Every individual that walks through our gym is going to learn in a slightly different way. Some require verbal ques (linguistic) to understand a process, while others might require a kinesthetic approach by trying the activity themselves. There are many other ways to learn that include Visual (spatial), Aural (auditory), Logical (mathematical), Social (interpersonal) and Solitary (intrapersonal). All of these methods of learning will help our gymnasts to fully understand and grasp a concept.
In our gymnastics classes we try to use as many of these learning styles in each class as possible. This way all of our gymnasts are getting the most out of their experience.
Our learning styles have a large influence over the way we recall information and the way that information is internally represented. Research has shown us that each of these learning styles activates different parts of the brain. By increasing the number of parts of the brain used, we remember more of what we have learnt. Resulting in a more effective learning environment.
In young children, it is especially vital to take all of these learning styles into consideration. As children often learn through play, they will be using nearly all of these learning styles simultaneously.
In our Playskills programs - such as our Gecko's program - we utilize these learning styles through use of "learning cards". These learning cards are accessible through out the gymnastics circuit to the children and their grown ups. The learning cards will contain imagery of the gymnastics skill (visual), a worded description of the activity (linguistic) as well as the opportunity to work on their social skills (interpersonal) with their grown up and the other gymnasts around them.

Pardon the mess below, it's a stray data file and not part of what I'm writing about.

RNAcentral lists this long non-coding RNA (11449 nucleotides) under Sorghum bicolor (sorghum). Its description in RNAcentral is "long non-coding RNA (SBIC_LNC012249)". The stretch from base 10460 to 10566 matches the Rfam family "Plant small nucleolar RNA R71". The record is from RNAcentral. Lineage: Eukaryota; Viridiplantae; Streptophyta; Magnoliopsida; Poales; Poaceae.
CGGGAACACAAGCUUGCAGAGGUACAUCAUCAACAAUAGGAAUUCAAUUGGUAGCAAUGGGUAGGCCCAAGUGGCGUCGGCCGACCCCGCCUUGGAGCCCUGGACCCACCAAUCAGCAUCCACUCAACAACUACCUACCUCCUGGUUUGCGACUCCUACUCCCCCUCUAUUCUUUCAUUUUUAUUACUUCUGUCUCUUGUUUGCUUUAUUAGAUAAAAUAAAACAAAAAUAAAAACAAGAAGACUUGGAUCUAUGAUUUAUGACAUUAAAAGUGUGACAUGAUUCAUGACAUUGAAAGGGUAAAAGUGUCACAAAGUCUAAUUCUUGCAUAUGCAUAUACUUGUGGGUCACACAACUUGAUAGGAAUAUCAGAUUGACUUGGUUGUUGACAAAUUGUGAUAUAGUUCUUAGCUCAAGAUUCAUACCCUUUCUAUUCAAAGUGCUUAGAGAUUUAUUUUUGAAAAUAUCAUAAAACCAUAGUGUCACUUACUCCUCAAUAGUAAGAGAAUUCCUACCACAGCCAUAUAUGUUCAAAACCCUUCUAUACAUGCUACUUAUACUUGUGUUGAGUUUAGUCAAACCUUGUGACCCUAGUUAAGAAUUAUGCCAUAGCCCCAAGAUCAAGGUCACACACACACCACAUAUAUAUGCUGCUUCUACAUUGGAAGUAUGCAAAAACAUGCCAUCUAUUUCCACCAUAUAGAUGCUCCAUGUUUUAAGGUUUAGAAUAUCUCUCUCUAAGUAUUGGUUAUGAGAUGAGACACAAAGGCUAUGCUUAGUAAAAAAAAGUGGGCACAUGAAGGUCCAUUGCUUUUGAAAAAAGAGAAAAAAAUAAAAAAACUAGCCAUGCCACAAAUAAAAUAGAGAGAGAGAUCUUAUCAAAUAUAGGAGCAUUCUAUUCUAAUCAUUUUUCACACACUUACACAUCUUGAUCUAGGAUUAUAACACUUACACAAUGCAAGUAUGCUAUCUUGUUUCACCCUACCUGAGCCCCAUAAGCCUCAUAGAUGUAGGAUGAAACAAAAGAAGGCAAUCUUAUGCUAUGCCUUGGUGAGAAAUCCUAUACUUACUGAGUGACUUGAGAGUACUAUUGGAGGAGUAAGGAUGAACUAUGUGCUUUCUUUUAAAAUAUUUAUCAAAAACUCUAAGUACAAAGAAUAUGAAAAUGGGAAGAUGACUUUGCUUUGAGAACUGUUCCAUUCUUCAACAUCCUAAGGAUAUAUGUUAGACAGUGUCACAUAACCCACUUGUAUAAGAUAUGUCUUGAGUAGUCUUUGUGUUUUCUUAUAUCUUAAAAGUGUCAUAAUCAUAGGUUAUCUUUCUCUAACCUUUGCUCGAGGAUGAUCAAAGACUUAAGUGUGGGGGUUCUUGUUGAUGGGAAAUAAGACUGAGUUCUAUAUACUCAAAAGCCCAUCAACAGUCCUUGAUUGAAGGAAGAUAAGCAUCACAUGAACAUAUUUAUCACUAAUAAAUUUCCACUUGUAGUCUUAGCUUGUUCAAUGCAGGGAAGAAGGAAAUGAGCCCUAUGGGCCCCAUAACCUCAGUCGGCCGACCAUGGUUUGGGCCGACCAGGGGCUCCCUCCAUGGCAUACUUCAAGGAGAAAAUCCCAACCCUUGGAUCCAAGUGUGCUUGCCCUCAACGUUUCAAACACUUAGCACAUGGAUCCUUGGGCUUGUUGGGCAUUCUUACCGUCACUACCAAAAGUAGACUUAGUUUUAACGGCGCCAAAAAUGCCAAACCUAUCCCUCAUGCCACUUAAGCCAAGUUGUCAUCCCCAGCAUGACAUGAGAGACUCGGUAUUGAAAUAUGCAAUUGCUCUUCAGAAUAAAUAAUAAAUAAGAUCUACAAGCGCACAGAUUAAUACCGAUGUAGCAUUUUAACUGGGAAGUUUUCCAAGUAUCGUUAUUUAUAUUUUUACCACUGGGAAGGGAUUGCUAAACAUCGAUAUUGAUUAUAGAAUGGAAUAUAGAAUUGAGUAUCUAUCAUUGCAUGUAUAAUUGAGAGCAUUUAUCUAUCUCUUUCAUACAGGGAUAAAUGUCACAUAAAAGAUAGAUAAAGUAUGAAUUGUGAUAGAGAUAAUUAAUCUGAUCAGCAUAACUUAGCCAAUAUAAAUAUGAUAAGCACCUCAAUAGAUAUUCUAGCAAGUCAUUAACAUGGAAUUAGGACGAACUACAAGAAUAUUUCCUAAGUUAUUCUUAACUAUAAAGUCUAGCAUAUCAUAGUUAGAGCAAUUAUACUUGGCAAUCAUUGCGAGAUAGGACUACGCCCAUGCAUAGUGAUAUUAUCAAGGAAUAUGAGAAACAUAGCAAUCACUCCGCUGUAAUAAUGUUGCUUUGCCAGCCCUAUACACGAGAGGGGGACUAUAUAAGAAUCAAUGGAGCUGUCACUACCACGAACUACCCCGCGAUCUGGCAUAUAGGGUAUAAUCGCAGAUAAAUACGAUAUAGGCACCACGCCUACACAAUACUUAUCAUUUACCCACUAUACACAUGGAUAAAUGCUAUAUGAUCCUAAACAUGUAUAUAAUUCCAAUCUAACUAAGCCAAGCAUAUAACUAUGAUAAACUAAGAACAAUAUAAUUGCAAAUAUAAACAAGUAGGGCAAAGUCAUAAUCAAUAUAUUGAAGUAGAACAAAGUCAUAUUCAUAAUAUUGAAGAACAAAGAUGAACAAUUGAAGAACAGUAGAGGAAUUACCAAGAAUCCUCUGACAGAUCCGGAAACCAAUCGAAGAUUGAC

This is the perfect learning environment for young children to develop their neural pathways in their brain, that will lead to a successful opportunity for learning into their adult hood.
It is also a great opportunity for parents/grown-ups to observe the manner in which their child is engaged through learning.
Do they seem the most interested when the group plays a game of "Follow the leader" (Kinesthetic)? Do they constantly ask you to read the learning cards to them? (Auditory)? Do they need to see how a skill is achieved before they try (Spatial)? Take as much as you possibly can in. The more you know about how they learn; the more you will be able to help them learn.
Do you know how you learn best? Do you think your child learns the same way you do?
Let us know in the comments below! We would love the hear you responses.
Signing off for now,